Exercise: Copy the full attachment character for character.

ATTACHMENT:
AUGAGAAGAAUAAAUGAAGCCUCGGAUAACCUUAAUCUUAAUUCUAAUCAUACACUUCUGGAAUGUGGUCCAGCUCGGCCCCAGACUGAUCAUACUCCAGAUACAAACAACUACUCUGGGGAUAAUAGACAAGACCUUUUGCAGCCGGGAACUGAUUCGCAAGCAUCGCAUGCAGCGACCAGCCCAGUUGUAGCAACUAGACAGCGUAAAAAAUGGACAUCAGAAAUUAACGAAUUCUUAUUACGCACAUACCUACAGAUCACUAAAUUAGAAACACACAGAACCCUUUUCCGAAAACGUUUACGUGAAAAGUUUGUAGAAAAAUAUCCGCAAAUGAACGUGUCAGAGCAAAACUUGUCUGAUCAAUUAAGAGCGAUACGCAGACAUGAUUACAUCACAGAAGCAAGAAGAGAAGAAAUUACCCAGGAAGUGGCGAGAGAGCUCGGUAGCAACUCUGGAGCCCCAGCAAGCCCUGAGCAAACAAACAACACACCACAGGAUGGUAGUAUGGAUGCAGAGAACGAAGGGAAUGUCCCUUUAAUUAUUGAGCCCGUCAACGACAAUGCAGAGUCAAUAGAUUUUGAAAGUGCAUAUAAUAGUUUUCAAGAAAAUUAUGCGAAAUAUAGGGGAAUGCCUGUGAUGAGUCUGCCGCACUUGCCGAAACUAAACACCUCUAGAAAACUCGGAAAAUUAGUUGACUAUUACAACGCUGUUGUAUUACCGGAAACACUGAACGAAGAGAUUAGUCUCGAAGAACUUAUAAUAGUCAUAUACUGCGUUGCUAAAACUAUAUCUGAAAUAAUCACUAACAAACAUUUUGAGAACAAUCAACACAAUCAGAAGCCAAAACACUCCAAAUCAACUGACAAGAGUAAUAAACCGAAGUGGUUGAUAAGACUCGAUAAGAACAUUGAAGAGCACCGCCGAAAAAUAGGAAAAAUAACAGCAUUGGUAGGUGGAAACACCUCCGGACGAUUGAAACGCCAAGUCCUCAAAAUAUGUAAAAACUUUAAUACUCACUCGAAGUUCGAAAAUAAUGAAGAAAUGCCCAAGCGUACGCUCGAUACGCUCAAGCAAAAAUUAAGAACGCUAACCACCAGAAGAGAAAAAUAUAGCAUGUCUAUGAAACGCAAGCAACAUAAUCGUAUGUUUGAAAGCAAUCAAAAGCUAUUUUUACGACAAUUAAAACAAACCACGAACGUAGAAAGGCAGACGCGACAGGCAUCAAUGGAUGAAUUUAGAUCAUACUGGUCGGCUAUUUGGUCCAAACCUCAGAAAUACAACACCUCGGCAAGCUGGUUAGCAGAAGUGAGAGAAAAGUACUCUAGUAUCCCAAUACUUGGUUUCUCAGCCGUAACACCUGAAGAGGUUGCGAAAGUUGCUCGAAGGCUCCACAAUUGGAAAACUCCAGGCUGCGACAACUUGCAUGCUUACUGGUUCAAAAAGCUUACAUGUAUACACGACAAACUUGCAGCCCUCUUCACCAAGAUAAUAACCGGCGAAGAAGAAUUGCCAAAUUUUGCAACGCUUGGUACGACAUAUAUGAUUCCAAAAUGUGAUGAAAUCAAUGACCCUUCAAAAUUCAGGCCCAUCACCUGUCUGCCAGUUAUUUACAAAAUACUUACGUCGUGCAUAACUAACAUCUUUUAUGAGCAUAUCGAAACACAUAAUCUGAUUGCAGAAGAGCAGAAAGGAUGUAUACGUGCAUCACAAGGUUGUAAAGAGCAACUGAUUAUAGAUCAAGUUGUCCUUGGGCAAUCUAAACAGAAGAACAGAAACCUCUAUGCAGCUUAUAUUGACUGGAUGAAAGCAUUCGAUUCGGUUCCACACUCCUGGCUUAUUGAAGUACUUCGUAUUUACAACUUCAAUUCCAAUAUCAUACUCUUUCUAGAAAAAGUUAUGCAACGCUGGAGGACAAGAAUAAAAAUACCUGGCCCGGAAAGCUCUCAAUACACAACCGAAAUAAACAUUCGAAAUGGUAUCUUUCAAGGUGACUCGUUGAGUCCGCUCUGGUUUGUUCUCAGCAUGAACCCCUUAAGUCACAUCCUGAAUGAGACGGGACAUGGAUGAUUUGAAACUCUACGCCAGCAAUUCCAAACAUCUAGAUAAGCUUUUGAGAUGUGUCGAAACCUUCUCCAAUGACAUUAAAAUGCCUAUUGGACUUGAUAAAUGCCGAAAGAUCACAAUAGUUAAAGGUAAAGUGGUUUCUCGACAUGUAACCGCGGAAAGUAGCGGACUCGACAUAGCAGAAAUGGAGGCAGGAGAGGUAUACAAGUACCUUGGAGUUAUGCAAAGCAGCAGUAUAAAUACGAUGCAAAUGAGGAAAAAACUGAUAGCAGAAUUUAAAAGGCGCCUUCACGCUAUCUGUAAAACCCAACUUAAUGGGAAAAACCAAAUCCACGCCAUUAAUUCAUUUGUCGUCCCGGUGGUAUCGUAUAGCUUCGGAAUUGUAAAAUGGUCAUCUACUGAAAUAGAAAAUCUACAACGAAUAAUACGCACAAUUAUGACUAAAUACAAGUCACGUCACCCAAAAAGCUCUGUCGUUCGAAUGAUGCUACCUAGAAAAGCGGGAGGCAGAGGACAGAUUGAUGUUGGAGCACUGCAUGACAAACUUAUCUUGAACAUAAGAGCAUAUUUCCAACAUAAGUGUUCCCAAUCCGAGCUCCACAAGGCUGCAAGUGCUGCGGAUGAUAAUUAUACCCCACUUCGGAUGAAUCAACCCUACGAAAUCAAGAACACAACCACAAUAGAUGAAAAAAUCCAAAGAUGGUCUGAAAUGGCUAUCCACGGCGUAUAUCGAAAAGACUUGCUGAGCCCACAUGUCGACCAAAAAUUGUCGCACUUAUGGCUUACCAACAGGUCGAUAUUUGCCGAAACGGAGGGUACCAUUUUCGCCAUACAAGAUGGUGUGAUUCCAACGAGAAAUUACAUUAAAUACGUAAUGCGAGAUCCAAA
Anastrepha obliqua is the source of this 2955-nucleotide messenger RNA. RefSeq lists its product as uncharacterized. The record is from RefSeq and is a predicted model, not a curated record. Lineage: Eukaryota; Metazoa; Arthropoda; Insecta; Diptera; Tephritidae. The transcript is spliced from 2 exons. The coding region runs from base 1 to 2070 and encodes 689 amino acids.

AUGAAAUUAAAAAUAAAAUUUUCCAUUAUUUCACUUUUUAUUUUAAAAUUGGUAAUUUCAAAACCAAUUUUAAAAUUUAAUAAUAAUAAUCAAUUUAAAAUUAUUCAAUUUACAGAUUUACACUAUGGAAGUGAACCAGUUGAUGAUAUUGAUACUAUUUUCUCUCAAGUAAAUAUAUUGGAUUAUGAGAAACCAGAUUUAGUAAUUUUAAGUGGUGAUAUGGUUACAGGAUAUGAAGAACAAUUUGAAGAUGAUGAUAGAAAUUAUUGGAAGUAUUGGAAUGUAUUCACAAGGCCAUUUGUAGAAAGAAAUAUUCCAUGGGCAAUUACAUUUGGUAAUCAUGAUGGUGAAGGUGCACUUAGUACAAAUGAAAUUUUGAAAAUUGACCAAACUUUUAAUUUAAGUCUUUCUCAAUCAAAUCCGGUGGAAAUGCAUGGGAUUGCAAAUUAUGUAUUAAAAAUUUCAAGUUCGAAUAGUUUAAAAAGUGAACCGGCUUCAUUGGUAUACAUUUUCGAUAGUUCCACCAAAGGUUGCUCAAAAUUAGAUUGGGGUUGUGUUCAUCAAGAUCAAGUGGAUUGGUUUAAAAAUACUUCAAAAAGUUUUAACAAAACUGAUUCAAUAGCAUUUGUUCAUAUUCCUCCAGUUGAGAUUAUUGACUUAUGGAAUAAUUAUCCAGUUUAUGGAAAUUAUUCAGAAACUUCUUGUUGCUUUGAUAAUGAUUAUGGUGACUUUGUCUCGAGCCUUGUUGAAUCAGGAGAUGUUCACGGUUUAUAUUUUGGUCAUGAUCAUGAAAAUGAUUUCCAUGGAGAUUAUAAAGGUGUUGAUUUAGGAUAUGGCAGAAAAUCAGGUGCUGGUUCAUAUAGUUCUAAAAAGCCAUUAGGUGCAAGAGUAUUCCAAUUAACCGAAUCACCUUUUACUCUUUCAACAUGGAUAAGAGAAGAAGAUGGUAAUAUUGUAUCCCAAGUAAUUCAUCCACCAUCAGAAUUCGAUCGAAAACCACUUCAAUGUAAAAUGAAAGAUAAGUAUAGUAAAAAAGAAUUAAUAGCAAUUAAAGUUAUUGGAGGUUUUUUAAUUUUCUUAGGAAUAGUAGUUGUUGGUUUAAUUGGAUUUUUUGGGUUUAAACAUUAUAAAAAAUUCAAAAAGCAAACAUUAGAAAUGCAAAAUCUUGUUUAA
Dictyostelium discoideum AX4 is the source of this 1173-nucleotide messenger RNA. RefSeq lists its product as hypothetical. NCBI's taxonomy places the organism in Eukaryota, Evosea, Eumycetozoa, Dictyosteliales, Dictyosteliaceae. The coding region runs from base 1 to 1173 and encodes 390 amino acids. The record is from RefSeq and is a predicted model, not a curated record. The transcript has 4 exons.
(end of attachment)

AUGAGAAGAAUAAAUGAAGCCUCGGAUAACCUUAAUCUUAAUUCUAAUCAUACACUUCUGGAAUGUGGUCCAGCUCGGCCCCAGACUGAUCAUACUCCAGAUACAAACAACUACUCUGGGGAUAAUAGACAAGACCUUUUGCAGCCGGGAACUGAUUCGCAAGCAUCGCAUGCAGCGACCAGCCCAGUUGUAGCAACUAGACAGCGUAAAAAAUGGACAUCAGAAAUUAACGAAUUCUUAUUACGCACAUACCUACAGAUCACUAAAUUAGAAACACACAGAACCCUUUUCCGAAAACGUUUACGUGAAAAGUUUGUAGAAAAAUAUCCGCAAAUGAACGUGUCAGAGCAAAACUUGUCUGAUCAAUUAAGAGCGAUACGCAGACAUGAUUACAUCACAGAAGCAAGAAGAGAAGAAAUUACCCAGGAAGUGGCGAGAGAGCUCGGUAGCAACUCUGGAGCCCCAGCAAGCCCUGAGCAAACAAACAACACACCACAGGAUGGUAGUAUGGAUGCAGAGAACGAAGGGAAUGUCCCUUUAAUUAUUGAGCCCGUCAACGACAAUGCAGAGUCAAUAGAUUUUGAAAGUGCAUAUAAUAGUUUUCAAGAAAAUUAUGCGAAAUAUAGGGGAAUGCCUGUGAUGAGUCUGCCGCACUUGCCGAAACUAAACACCUCUAGAAAACUCGGAAAAUUAGUUGACUAUUACAACGCUGUUGUAUUACCGGAAACACUGAACGAAGAGAUUAGUCUCGAAGAACUUAUAAUAGUCAUAUACUGCGUUGCUAAAACUAUAUCUGAAAUAAUCACUAACAAACAUUUUGAGAACAAUCAACACAAUCAGAAGCCAAAACACUCCAAAUCAACUGACAAGAGUAAUAAACCGAAGUGGUUGAUAAGACUCGAUAAGAACAUUGAAGAGCACCGCCGAAAAAUAGGAAAAAUAACAGCAUUGGUAGGUGGAAACACCUCCGGACGAUUGAAACGCCAAGUCCUCAAAAUAUGUAAAAACUUUAAUACUCACUCGAAGUUCGAAAAUAAUGAAGAAAUGCCCAAGCGUACGCUCGAUACGCUCAAGCAAAAAUUAAGAACGCUAACCACCAGAAGAGAAAAAUAUAGCAUGUCUAUGAAACGCAAGCAACAUAAUCGUAUGUUUGAAAGCAAUCAAAAGCUAUUUUUACGACAAUUAAAACAAACCACGAACGUAGAAAGGCAGACGCGACAGGCAUCAAUGGAUGAAUUUAGAUCAUACUGGUCGGCUAUUUGGUCCAAACCUCAGAAAUACAACACCUCGGCAAGCUGGUUAGCAGAAGUGAGAGAAAAGUACUCUAGUAUCCCAAUACUUGGUUUCUCAGCCGUAACACCUGAAGAGGUUGCGAAAGUUGCUCGAAGGCUCCACAAUUGGAAAACUCCAGGCUGCGACAACUUGCAUGCUUACUGGUUCAAAAAGCUUACAUGUAUACACGACAAACUUGCAGCCCUCUUCACCAAGAUAAUAACCGGCGAAGAAGAAUUGCCAAAUUUUGCAACGCUUGGUACGACAUAUAUGAUUCCAAAAUGUGAUGAAAUCAAUGACCCUUCAAAAUUCAGGCCCAUCACCUGUCUGCCAGUUAUUUACAAAAUACUUACGUCGUGCAUAACUAACAUCUUUUAUGAGCAUAUCGAAACACAUAAUCUGAUUGCAGAAGAGCAGAAAGGAUGUAUACGUGCAUCACAAGGUUGUAAAGAGCAACUGAUUAUAGAUCAAGUUGUCCUUGGGCAAUCUAAACAGAAGAACAGAAACCUCUAUGCAGCUUAUAUUGACUGGAUGAAAGCAUUCGAUUCGGUUCCACACUCCUGGCUUAUUGAAGUACUUCGUAUUUACAACUUCAAUUCCAAUAUCAUACUCUUUCUAGAAAAAGUUAUGCAACGCUGGAGGACAAGAAUAAAAAUACCUGGCCCGGAAAGCUCUCAAUACACAACCGAAAUAAACAUUCGAAAUGGUAUCUUUCAAGGUGACUCGUUGAGUCCGCUCUGGUUUGUUCUCAGCAUGAACCCCUUAAGUCACAUCCUGAAUGAGACGGGACAUGGAUGAUUUGAAACUCUACGCCAGCAAUUCCAAACAUCUAGAUAAGCUUUUGAGAUGUGUCGAAACCUUCUCCAAUGACAUUAAAAUGCCUAUUGGACUUGAUAAAUGCCGAAAGAUCACAAUAGUUAAAGGUAAAGUGGUUUCUCGACAUGUAACCGCGGAAAGUAGCGGACUCGACAUAGCAGAAAUGGAGGCAGGAGAGGUAUACAAGUACCUUGGAGUUAUGCAAAGCAGCAGUAUAAAUACGAUGCAAAUGAGGAAAAAACUGAUAGCAGAAUUUAAAAGGCGCCUUCACGCUAUCUGUAAAACCCAACUUAAUGGGAAAAACCAAAUCCACGCCAUUAAUUCAUUUGUCGUCCCGGUGGUAUCGUAUAGCUUCGGAAUUGUAAAAUGGUCAUCUACUGAAAUAGAAAAUCUACAACGAAUAAUACGCACAAUUAUGACUAAAUACAAGUCACGUCACCCAAAAAGCUCUGUCGUUCGAAUGAUGCUACCUAGAAAAGCGGGAGGCAGAGGACAGAUUGAUGUUGGAGCACUGCAUGACAAACUUAUCUUGAACAUAAGAGCAUAUUUCCAACAUAAGUGUUCCCAAUCCGAGCUCCACAAGGCUGCAAGUGCUGCGGAUGAUAAUUAUACCCCACUUCGGAUGAAUCAACCCUACGAAAUCAAGAACACAACCACAAUAGAUGAAAAAAUCCAAAGAUGGUCUGAAAUGGCUAUCCACGGCGUAUAUCGAAAAGACUUGCUGAGCCCACAUGUCGACCAAAAAUUGUCGCACUUAUGGCUUACCAACAGGUCGAUAUUUGCCGAAACGGAGGGUACCAUUUUCGCCAUACAAGAUGGUGUGAUUCCAACGAGAAAUUACAUUAAAUACGUAAUGCGAGAUCCAAA
Anastrepha obliqua is the source of this 2955-nucleotide messenger RNA. RefSeq lists its product as uncharacterized. The record is from RefSeq and is a predicted model, not a curated record. Lineage: Eukaryota; Metazoa; Arthropoda; Insecta; Diptera; Tephritidae. The transcript is spliced from 2 exons. The coding region runs from base 1 to 2070 and encodes 689 amino acids.

AUGAAAUUAAAAAUAAAAUUUUCCAUUAUUUCACUUUUUAUUUUAAAAUUGGUAAUUUCAAAACCAAUUUUAAAAUUUAAUAAUAAUAAUCAAUUUAAAAUUAUUCAAUUUACAGAUUUACACUAUGGAAGUGAACCAGUUGAUGAUAUUGAUACUAUUUUCUCUCAAGUAAAUAUAUUGGAUUAUGAGAAACCAGAUUUAGUAAUUUUAAGUGGUGAUAUGGUUACAGGAUAUGAAGAACAAUUUGAAGAUGAUGAUAGAAAUUAUUGGAAGUAUUGGAAUGUAUUCACAAGGCCAUUUGUAGAAAGAAAUAUUCCAUGGGCAAUUACAUUUGGUAAUCAUGAUGGUGAAGGUGCACUUAGUACAAAUGAAAUUUUGAAAAUUGACCAAACUUUUAAUUUAAGUCUUUCUCAAUCAAAUCCGGUGGAAAUGCAUGGGAUUGCAAAUUAUGUAUUAAAAAUUUCAAGUUCGAAUAGUUUAAAAAGUGAACCGGCUUCAUUGGUAUACAUUUUCGAUAGUUCCACCAAAGGUUGCUCAAAAUUAGAUUGGGGUUGUGUUCAUCAAGAUCAAGUGGAUUGGUUUAAAAAUACUUCAAAAAGUUUUAACAAAACUGAUUCAAUAGCAUUUGUUCAUAUUCCUCCAGUUGAGAUUAUUGACUUAUGGAAUAAUUAUCCAGUUUAUGGAAAUUAUUCAGAAACUUCUUGUUGCUUUGAUAAUGAUUAUGGUGACUUUGUCUCGAGCCUUGUUGAAUCAGGAGAUGUUCACGGUUUAUAUUUUGGUCAUGAUCAUGAAAAUGAUUUCCAUGGAGAUUAUAAAGGUGUUGAUUUAGGAUAUGGCAGAAAAUCAGGUGCUGGUUCAUAUAGUUCUAAAAAGCCAUUAGGUGCAAGAGUAUUCCAAUUAACCGAAUCACCUUUUACUCUUUCAACAUGGAUAAGAGAAGAAGAUGGUAAUAUUGUAUCCCAAGUAAUUCAUCCACCAUCAGAAUUCGAUCGAAAACCACUUCAAUGUAAAAUGAAAGAUAAGUAUAGUAAAAAAGAAUUAAUAGCAAUUAAAGUUAUUGGAGGUUUUUUAAUUUUCUUAGGAAUAGUAGUUGUUGGUUUAAUUGGAUUUUUUGGGUUUAAACAUUAUAAAAAAUUCAAAAAGCAAACAUUAGAAAUGCAAAAUCUUGUUUAA
Dictyostelium discoideum AX4 is the source of this 1173-nucleotide messenger RNA. RefSeq lists its product as hypothetical. NCBI's taxonomy places the organism in Eukaryota, Evosea, Eumycetozoa, Dictyosteliales, Dictyosteliaceae. The coding region runs from base 1 to 1173 and encodes 390 amino acids. The record is from RefSeq and is a predicted model, not a curated record. The transcript has 4 exons.